The homeowners missed the golden opportunities offered by the court; the foreclosure firm made a half a dozen procedural errors in their pursuit of the state foreclosure action that the homeowners – guided by the web-based conspiracy crowd – missed in their attempt to slay the giant.

After a long and tortuous process, the homeowners lost; the foreclosure firm touted it as a notable, precedent setting win on various industry web sites. (Every side is entitled to their own illusions).

Maybe there was (and is) a conspiracy (s), certainly a lot of really bad things happened to take down the economy. The thing is: none of that matters – the foreclosure process is not the place to blow the lid off any of that. It’s the place to work to either keep your home or stay in it as long as possible while you rearrange your life.

These websites and self-help programs offer a narrative for a confusing, stressful time. They do not offer realistic  solutions for going to court to defend a foreclosure.

They’re not going to save your house, they’re not going to keep you in the house while you plan, they’re not going to guide you through the pros and cons of each path, they’re not going to help you make an informed decision, and they sure aren’t going to present your best face to the Judge.

When Geoffrey Owens Played a Lawyer . . .

I posted something about Geoffrey Owens and ‘job shaming’ on Facebook last week because I saw in the ‘story’ of Geoffrey’s job at Trader Joe’s something I see regularly working with people going through foreclosure: the ‘debt shaming’ I write about often. It seemed especially poignant as all this was precipitated by Owens losing his steady income source, The Cosby Show residuals that went away when the show was pulled from syndication because of the sexual abuse charges leveled at Cosby.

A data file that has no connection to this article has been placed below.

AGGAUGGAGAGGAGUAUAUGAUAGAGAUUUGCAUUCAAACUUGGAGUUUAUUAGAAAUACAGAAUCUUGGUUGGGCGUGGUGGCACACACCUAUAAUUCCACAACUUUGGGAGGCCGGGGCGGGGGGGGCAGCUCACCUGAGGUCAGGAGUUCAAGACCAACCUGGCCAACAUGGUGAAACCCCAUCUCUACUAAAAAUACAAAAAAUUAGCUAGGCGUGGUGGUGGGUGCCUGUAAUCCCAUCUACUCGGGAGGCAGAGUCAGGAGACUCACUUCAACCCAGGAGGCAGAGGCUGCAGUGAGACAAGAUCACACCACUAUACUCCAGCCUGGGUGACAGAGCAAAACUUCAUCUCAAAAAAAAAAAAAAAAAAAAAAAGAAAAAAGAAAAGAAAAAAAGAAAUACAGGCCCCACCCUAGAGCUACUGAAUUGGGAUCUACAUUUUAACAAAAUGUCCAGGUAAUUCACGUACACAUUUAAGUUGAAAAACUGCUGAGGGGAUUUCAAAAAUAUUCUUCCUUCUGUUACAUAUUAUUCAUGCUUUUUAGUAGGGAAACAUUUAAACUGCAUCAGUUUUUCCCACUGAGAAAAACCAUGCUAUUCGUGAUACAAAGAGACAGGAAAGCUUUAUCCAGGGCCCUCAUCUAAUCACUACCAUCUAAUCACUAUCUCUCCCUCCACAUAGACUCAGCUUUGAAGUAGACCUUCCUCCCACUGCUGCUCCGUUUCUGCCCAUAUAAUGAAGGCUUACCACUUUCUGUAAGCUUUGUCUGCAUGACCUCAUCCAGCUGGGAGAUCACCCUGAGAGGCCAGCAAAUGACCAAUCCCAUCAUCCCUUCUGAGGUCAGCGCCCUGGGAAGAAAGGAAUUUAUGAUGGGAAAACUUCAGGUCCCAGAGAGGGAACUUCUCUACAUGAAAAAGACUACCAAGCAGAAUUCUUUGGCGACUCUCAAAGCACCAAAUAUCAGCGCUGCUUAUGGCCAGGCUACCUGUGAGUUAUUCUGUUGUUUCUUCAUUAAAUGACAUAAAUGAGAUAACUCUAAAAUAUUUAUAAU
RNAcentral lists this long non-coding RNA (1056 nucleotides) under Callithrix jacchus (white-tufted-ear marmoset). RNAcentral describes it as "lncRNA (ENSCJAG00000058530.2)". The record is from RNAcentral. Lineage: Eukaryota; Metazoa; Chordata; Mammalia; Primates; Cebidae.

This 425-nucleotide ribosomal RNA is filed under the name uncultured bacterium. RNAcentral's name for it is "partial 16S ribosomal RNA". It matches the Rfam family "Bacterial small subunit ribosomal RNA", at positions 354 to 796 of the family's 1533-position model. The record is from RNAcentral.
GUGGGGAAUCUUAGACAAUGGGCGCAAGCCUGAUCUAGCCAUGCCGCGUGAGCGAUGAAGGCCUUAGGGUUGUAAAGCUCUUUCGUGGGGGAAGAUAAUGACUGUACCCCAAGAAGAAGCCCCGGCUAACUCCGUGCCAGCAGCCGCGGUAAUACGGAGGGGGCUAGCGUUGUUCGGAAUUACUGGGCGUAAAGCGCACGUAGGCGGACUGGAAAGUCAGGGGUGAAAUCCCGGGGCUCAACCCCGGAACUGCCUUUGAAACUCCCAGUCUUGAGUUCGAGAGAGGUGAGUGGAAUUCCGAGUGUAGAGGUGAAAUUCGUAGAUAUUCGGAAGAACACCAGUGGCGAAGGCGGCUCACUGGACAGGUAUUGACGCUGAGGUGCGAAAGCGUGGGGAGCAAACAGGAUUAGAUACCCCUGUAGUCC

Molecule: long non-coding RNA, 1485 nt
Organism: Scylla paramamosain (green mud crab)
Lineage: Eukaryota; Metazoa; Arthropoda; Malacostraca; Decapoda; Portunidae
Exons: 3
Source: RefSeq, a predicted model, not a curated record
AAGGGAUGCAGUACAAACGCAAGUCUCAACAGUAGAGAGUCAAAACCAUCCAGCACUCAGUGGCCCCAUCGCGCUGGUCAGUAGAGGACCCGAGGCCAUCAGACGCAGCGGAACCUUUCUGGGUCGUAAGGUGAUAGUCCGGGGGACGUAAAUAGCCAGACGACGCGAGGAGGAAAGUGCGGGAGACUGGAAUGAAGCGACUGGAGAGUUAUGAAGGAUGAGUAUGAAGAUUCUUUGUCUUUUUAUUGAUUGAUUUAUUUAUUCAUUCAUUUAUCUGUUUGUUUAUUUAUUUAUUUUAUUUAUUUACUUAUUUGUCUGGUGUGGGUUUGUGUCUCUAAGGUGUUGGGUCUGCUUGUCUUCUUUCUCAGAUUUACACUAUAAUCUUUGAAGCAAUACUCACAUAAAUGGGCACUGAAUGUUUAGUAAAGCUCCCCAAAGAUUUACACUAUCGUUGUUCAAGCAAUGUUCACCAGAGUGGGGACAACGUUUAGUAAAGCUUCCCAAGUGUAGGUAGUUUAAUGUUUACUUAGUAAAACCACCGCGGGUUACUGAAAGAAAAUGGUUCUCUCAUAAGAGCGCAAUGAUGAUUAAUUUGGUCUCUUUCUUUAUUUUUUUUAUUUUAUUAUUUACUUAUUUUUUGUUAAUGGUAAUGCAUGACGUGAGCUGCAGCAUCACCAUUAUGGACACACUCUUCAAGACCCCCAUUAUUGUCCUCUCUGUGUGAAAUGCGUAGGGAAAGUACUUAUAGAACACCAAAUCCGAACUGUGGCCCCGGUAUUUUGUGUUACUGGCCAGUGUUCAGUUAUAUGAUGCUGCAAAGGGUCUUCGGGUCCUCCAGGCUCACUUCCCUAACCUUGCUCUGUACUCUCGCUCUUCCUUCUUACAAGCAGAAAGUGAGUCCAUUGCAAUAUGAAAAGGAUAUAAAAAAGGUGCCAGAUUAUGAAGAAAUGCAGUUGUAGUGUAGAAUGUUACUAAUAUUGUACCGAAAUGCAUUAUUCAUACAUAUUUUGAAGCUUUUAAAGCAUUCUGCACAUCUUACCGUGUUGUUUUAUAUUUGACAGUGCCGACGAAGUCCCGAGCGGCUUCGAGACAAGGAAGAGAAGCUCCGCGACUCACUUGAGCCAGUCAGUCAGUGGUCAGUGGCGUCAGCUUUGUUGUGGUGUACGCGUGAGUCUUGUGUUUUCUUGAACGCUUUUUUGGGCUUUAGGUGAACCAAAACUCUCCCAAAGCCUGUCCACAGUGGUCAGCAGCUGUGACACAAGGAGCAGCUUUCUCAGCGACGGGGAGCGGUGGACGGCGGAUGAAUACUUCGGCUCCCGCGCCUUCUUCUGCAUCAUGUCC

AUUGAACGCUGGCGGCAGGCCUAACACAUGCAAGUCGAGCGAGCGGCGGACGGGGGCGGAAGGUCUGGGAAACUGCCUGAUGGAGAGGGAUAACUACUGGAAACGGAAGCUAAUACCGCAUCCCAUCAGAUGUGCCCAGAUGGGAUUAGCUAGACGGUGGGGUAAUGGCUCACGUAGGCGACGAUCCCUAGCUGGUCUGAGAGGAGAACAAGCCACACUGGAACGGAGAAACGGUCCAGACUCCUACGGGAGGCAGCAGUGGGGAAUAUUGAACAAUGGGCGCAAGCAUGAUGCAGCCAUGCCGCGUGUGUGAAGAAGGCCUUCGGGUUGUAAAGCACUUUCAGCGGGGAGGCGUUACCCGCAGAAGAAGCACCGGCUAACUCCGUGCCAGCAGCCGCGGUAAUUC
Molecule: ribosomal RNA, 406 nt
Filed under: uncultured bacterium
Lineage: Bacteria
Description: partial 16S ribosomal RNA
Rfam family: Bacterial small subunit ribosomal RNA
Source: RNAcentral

Just like many of my clients, an unexpected change in income had a disastrous effect.

All that reminded me of a great Geoffrey Owens role as one of my favorite TV lawyers of all time: Gerald Watkins Mayfield in HBO’s Divorce.

Divorce is the story of a successful business woman, Frances (Sarah Jessica Parker) and her not quite as successful husband, Robert (Thomas Hayden Church) living in Hastings-on-Hudson NY, a pretty, upscale town on the Hudson River an hour or so north of New York City. The town, by the way, is pretty much a character.

sarahbloghboObviously, they have marital problems. They go through all the motions of therapy and reconciliation and mediation, it’s obvious six show or so in that they need to divorce and it’s going to get ugly.

They need lawyers. Robert’s not the type to ask around or spend time on Google, or, indeed, doing anything proactive. Eventually, though, a friend introduces him to  a relative who’s an attorney right in town and ‘does everything.’ That would be Gerald Watkins Mayfield and he is everything I’ve been writing for years.

He works out of his garage and his wife pops in every few minutes to remind him to ‘watch the oven, dinner’s in’ but, all in all, it’s pretty charming. Until he starts talking. Then it’s funny and chilling – if you’re a lawyer.

The scene (easily the funniest in the show, period):

“So, you do mostly divorces?”

“Nope, mostly wills, trusts, estates.”

“You do some divorces?”

“You know what, Robert? Basically, it’s all law.”

That’s it, in a nutshell, perfectly put by a great character. ‘Basically, it’s all law.’

It’s not, of course, but clients still buy into it. As Robert does. Disastrously. I’ll leave it to you to watch the show to see just how disastrously it is.

For now, though, just understand that if you need a divorce attorney, hire a firm that does family law; need an estate plan? Hire an estate planning firm; are facing a foreclosure? Retain someone who does exactly that most of her working day.